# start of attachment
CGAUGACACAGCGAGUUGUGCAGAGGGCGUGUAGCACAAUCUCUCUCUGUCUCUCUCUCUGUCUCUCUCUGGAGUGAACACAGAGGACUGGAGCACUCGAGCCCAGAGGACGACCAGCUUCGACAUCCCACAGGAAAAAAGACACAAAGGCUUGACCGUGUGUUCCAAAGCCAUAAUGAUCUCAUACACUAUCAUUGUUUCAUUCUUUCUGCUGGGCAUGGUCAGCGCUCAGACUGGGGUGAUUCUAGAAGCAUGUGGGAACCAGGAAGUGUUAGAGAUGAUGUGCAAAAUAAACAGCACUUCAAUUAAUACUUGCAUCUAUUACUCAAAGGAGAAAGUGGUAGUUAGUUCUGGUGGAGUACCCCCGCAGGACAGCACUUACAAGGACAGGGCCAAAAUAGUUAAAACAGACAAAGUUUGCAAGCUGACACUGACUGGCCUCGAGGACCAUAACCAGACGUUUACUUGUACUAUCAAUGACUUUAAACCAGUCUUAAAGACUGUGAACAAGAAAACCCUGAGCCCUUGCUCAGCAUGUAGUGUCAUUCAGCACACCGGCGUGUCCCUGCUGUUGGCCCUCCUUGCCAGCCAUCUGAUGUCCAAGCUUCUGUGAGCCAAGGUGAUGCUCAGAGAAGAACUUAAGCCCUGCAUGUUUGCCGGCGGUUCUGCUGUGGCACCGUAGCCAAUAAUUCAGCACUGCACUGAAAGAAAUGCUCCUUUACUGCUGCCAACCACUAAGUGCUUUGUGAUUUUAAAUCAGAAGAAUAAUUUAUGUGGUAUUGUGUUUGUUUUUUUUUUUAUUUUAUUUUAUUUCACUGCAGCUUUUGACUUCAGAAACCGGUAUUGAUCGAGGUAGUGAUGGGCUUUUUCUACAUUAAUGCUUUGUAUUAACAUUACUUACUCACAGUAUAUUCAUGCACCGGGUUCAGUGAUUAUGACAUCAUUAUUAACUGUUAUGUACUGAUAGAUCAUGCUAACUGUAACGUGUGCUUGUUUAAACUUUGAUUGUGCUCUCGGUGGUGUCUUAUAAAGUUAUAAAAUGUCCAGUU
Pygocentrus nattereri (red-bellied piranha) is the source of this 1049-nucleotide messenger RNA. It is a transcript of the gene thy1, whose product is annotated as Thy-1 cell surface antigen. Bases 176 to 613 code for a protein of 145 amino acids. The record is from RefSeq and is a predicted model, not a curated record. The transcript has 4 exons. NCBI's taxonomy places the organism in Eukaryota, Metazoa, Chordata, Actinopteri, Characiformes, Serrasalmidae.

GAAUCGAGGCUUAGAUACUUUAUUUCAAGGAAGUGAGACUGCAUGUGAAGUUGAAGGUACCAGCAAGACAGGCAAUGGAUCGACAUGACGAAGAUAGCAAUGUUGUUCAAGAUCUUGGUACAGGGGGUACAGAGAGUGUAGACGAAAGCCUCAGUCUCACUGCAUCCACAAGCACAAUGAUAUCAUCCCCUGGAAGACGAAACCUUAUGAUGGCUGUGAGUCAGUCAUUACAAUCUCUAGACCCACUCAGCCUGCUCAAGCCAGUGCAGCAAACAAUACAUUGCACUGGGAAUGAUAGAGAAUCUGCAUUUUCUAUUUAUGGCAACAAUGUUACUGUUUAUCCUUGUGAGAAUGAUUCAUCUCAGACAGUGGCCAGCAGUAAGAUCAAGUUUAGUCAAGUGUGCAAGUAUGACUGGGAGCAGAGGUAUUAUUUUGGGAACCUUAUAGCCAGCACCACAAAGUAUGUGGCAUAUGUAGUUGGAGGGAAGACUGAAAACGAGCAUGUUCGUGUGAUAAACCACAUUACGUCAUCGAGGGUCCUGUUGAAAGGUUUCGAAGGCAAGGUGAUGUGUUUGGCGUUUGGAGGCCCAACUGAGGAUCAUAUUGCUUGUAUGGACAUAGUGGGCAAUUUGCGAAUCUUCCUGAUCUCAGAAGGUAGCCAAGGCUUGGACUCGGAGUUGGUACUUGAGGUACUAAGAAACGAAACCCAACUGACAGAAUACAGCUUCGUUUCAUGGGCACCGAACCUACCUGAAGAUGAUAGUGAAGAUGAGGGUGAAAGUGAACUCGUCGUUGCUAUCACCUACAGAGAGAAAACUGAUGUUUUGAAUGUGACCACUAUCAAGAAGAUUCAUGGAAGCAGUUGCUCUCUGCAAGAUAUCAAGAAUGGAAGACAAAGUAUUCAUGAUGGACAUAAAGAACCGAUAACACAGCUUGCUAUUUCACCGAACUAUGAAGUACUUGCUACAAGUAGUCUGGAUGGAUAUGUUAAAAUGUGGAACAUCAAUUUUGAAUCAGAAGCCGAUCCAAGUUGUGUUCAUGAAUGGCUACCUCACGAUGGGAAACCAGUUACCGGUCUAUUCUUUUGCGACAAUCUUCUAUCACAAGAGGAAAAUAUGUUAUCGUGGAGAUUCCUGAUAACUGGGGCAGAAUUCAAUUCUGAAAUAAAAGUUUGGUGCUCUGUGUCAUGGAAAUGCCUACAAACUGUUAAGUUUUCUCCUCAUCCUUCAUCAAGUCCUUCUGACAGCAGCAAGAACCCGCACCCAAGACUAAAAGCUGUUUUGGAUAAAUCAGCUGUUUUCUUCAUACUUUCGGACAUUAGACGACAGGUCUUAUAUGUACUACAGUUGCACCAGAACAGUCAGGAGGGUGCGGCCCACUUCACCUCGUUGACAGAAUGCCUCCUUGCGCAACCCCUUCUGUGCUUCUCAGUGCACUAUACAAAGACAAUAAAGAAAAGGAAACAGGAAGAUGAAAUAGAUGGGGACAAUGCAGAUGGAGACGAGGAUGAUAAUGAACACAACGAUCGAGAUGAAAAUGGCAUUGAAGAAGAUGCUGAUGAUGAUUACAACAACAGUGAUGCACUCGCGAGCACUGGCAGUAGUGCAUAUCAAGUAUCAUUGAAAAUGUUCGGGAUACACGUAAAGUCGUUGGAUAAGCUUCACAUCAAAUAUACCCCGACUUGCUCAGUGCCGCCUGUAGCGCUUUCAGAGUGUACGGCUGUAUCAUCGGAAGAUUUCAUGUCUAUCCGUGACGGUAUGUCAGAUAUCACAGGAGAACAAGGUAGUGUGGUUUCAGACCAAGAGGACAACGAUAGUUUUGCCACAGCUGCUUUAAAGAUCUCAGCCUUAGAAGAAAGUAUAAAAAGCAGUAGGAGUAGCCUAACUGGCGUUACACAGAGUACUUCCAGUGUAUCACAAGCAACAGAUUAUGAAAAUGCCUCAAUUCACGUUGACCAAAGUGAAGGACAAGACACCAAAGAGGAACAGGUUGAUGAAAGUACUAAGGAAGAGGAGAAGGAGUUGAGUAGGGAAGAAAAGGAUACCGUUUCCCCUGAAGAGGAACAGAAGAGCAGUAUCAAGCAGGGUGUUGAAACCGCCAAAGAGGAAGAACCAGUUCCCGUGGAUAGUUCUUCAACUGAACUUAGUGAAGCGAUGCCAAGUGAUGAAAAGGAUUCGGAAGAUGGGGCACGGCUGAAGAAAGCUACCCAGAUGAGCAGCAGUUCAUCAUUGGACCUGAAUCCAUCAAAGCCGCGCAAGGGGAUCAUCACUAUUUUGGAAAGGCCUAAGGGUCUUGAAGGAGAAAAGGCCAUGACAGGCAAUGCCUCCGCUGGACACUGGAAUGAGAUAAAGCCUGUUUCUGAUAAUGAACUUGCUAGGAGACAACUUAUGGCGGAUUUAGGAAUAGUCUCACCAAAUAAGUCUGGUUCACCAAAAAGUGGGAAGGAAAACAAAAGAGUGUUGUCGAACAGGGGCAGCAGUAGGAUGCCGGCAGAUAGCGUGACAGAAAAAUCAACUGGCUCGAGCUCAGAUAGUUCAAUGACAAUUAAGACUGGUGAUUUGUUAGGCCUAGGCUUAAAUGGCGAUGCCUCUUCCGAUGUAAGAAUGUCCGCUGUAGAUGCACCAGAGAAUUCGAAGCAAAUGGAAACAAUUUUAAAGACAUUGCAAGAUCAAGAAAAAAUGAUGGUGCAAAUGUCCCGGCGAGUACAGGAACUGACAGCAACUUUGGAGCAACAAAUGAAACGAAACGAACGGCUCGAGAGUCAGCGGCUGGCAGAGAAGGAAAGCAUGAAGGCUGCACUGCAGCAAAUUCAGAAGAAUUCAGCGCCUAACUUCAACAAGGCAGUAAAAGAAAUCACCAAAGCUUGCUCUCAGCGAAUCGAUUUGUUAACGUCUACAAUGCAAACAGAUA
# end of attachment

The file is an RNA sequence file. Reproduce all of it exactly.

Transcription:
CGAUGACACAGCGAGUUGUGCAGAGGGCGUGUAGCACAAUCUCUCUCUGUCUCUCUCUCUGUCUCUCUCUGGAGUGAACACAGAGGACUGGAGCACUCGAGCCCAGAGGACGACCAGCUUCGACAUCCCACAGGAAAAAAGACACAAAGGCUUGACCGUGUGUUCCAAAGCCAUAAUGAUCUCAUACACUAUCAUUGUUUCAUUCUUUCUGCUGGGCAUGGUCAGCGCUCAGACUGGGGUGAUUCUAGAAGCAUGUGGGAACCAGGAAGUGUUAGAGAUGAUGUGCAAAAUAAACAGCACUUCAAUUAAUACUUGCAUCUAUUACUCAAAGGAGAAAGUGGUAGUUAGUUCUGGUGGAGUACCCCCGCAGGACAGCACUUACAAGGACAGGGCCAAAAUAGUUAAAACAGACAAAGUUUGCAAGCUGACACUGACUGGCCUCGAGGACCAUAACCAGACGUUUACUUGUACUAUCAAUGACUUUAAACCAGUCUUAAAGACUGUGAACAAGAAAACCCUGAGCCCUUGCUCAGCAUGUAGUGUCAUUCAGCACACCGGCGUGUCCCUGCUGUUGGCCCUCCUUGCCAGCCAUCUGAUGUCCAAGCUUCUGUGAGCCAAGGUGAUGCUCAGAGAAGAACUUAAGCCCUGCAUGUUUGCCGGCGGUUCUGCUGUGGCACCGUAGCCAAUAAUUCAGCACUGCACUGAAAGAAAUGCUCCUUUACUGCUGCCAACCACUAAGUGCUUUGUGAUUUUAAAUCAGAAGAAUAAUUUAUGUGGUAUUGUGUUUGUUUUUUUUUUUAUUUUAUUUUAUUUCACUGCAGCUUUUGACUUCAGAAACCGGUAUUGAUCGAGGUAGUGAUGGGCUUUUUCUACAUUAAUGCUUUGUAUUAACAUUACUUACUCACAGUAUAUUCAUGCACCGGGUUCAGUGAUUAUGACAUCAUUAUUAACUGUUAUGUACUGAUAGAUCAUGCUAACUGUAACGUGUGCUUGUUUAAACUUUGAUUGUGCUCUCGGUGGUGUCUUAUAAAGUUAUAAAAUGUCCAGUU
Pygocentrus nattereri (red-bellied piranha) is the source of this 1049-nucleotide messenger RNA. It is a transcript of the gene thy1, whose product is annotated as Thy-1 cell surface antigen. Bases 176 to 613 code for a protein of 145 amino acids. The record is from RefSeq and is a predicted model, not a curated record. The transcript has 4 exons. NCBI's taxonomy places the organism in Eukaryota, Metazoa, Chordata, Actinopteri, Characiformes, Serrasalmidae.

GAAUCGAGGCUUAGAUACUUUAUUUCAAGGAAGUGAGACUGCAUGUGAAGUUGAAGGUACCAGCAAGACAGGCAAUGGAUCGACAUGACGAAGAUAGCAAUGUUGUUCAAGAUCUUGGUACAGGGGGUACAGAGAGUGUAGACGAAAGCCUCAGUCUCACUGCAUCCACAAGCACAAUGAUAUCAUCCCCUGGAAGACGAAACCUUAUGAUGGCUGUGAGUCAGUCAUUACAAUCUCUAGACCCACUCAGCCUGCUCAAGCCAGUGCAGCAAACAAUACAUUGCACUGGGAAUGAUAGAGAAUCUGCAUUUUCUAUUUAUGGCAACAAUGUUACUGUUUAUCCUUGUGAGAAUGAUUCAUCUCAGACAGUGGCCAGCAGUAAGAUCAAGUUUAGUCAAGUGUGCAAGUAUGACUGGGAGCAGAGGUAUUAUUUUGGGAACCUUAUAGCCAGCACCACAAAGUAUGUGGCAUAUGUAGUUGGAGGGAAGACUGAAAACGAGCAUGUUCGUGUGAUAAACCACAUUACGUCAUCGAGGGUCCUGUUGAAAGGUUUCGAAGGCAAGGUGAUGUGUUUGGCGUUUGGAGGCCCAACUGAGGAUCAUAUUGCUUGUAUGGACAUAGUGGGCAAUUUGCGAAUCUUCCUGAUCUCAGAAGGUAGCCAAGGCUUGGACUCGGAGUUGGUACUUGAGGUACUAAGAAACGAAACCCAACUGACAGAAUACAGCUUCGUUUCAUGGGCACCGAACCUACCUGAAGAUGAUAGUGAAGAUGAGGGUGAAAGUGAACUCGUCGUUGCUAUCACCUACAGAGAGAAAACUGAUGUUUUGAAUGUGACCACUAUCAAGAAGAUUCAUGGAAGCAGUUGCUCUCUGCAAGAUAUCAAGAAUGGAAGACAAAGUAUUCAUGAUGGACAUAAAGAACCGAUAACACAGCUUGCUAUUUCACCGAACUAUGAAGUACUUGCUACAAGUAGUCUGGAUGGAUAUGUUAAAAUGUGGAACAUCAAUUUUGAAUCAGAAGCCGAUCCAAGUUGUGUUCAUGAAUGGCUACCUCACGAUGGGAAACCAGUUACCGGUCUAUUCUUUUGCGACAAUCUUCUAUCACAAGAGGAAAAUAUGUUAUCGUGGAGAUUCCUGAUAACUGGGGCAGAAUUCAAUUCUGAAAUAAAAGUUUGGUGCUCUGUGUCAUGGAAAUGCCUACAAACUGUUAAGUUUUCUCCUCAUCCUUCAUCAAGUCCUUCUGACAGCAGCAAGAACCCGCACCCAAGACUAAAAGCUGUUUUGGAUAAAUCAGCUGUUUUCUUCAUACUUUCGGACAUUAGACGACAGGUCUUAUAUGUACUACAGUUGCACCAGAACAGUCAGGAGGGUGCGGCCCACUUCACCUCGUUGACAGAAUGCCUCCUUGCGCAACCCCUUCUGUGCUUCUCAGUGCACUAUACAAAGACAAUAAAGAAAAGGAAACAGGAAGAUGAAAUAGAUGGGGACAAUGCAGAUGGAGACGAGGAUGAUAAUGAACACAACGAUCGAGAUGAAAAUGGCAUUGAAGAAGAUGCUGAUGAUGAUUACAACAACAGUGAUGCACUCGCGAGCACUGGCAGUAGUGCAUAUCAAGUAUCAUUGAAAAUGUUCGGGAUACACGUAAAGUCGUUGGAUAAGCUUCACAUCAAAUAUACCCCGACUUGCUCAGUGCCGCCUGUAGCGCUUUCAGAGUGUACGGCUGUAUCAUCGGAAGAUUUCAUGUCUAUCCGUGACGGUAUGUCAGAUAUCACAGGAGAACAAGGUAGUGUGGUUUCAGACCAAGAGGACAACGAUAGUUUUGCCACAGCUGCUUUAAAGAUCUCAGCCUUAGAAGAAAGUAUAAAAAGCAGUAGGAGUAGCCUAACUGGCGUUACACAGAGUACUUCCAGUGUAUCACAAGCAACAGAUUAUGAAAAUGCCUCAAUUCACGUUGACCAAAGUGAAGGACAAGACACCAAAGAGGAACAGGUUGAUGAAAGUACUAAGGAAGAGGAGAAGGAGUUGAGUAGGGAAGAAAAGGAUACCGUUUCCCCUGAAGAGGAACAGAAGAGCAGUAUCAAGCAGGGUGUUGAAACCGCCAAAGAGGAAGAACCAGUUCCCGUGGAUAGUUCUUCAACUGAACUUAGUGAAGCGAUGCCAAGUGAUGAAAAGGAUUCGGAAGAUGGGGCACGGCUGAAGAAAGCUACCCAGAUGAGCAGCAGUUCAUCAUUGGACCUGAAUCCAUCAAAGCCGCGCAAGGGGAUCAUCACUAUUUUGGAAAGGCCUAAGGGUCUUGAAGGAGAAAAGGCCAUGACAGGCAAUGCCUCCGCUGGACACUGGAAUGAGAUAAAGCCUGUUUCUGAUAAUGAACUUGCUAGGAGACAACUUAUGGCGGAUUUAGGAAUAGUCUCACCAAAUAAGUCUGGUUCACCAAAAAGUGGGAAGGAAAACAAAAGAGUGUUGUCGAACAGGGGCAGCAGUAGGAUGCCGGCAGAUAGCGUGACAGAAAAAUCAACUGGCUCGAGCUCAGAUAGUUCAAUGACAAUUAAGACUGGUGAUUUGUUAGGCCUAGGCUUAAAUGGCGAUGCCUCUUCCGAUGUAAGAAUGUCCGCUGUAGAUGCACCAGAGAAUUCGAAGCAAAUGGAAACAAUUUUAAAGACAUUGCAAGAUCAAGAAAAAAUGAUGGUGCAAAUGUCCCGGCGAGUACAGGAACUGACAGCAACUUUGGAGCAACAAAUGAAACGAAACGAACGGCUCGAGAGUCAGCGGCUGGCAGAGAAGGAAAGCAUGAAGGCUGCACUGCAGCAAAUUCAGAAGAAUUCAGCGCCUAACUUCAACAAGGCAGUAAAAGAAAUCACCAAAGCUUGCUCUCAGCGAAUCGAUUUGUUAACGUCUACAAUGCAAACAGAUA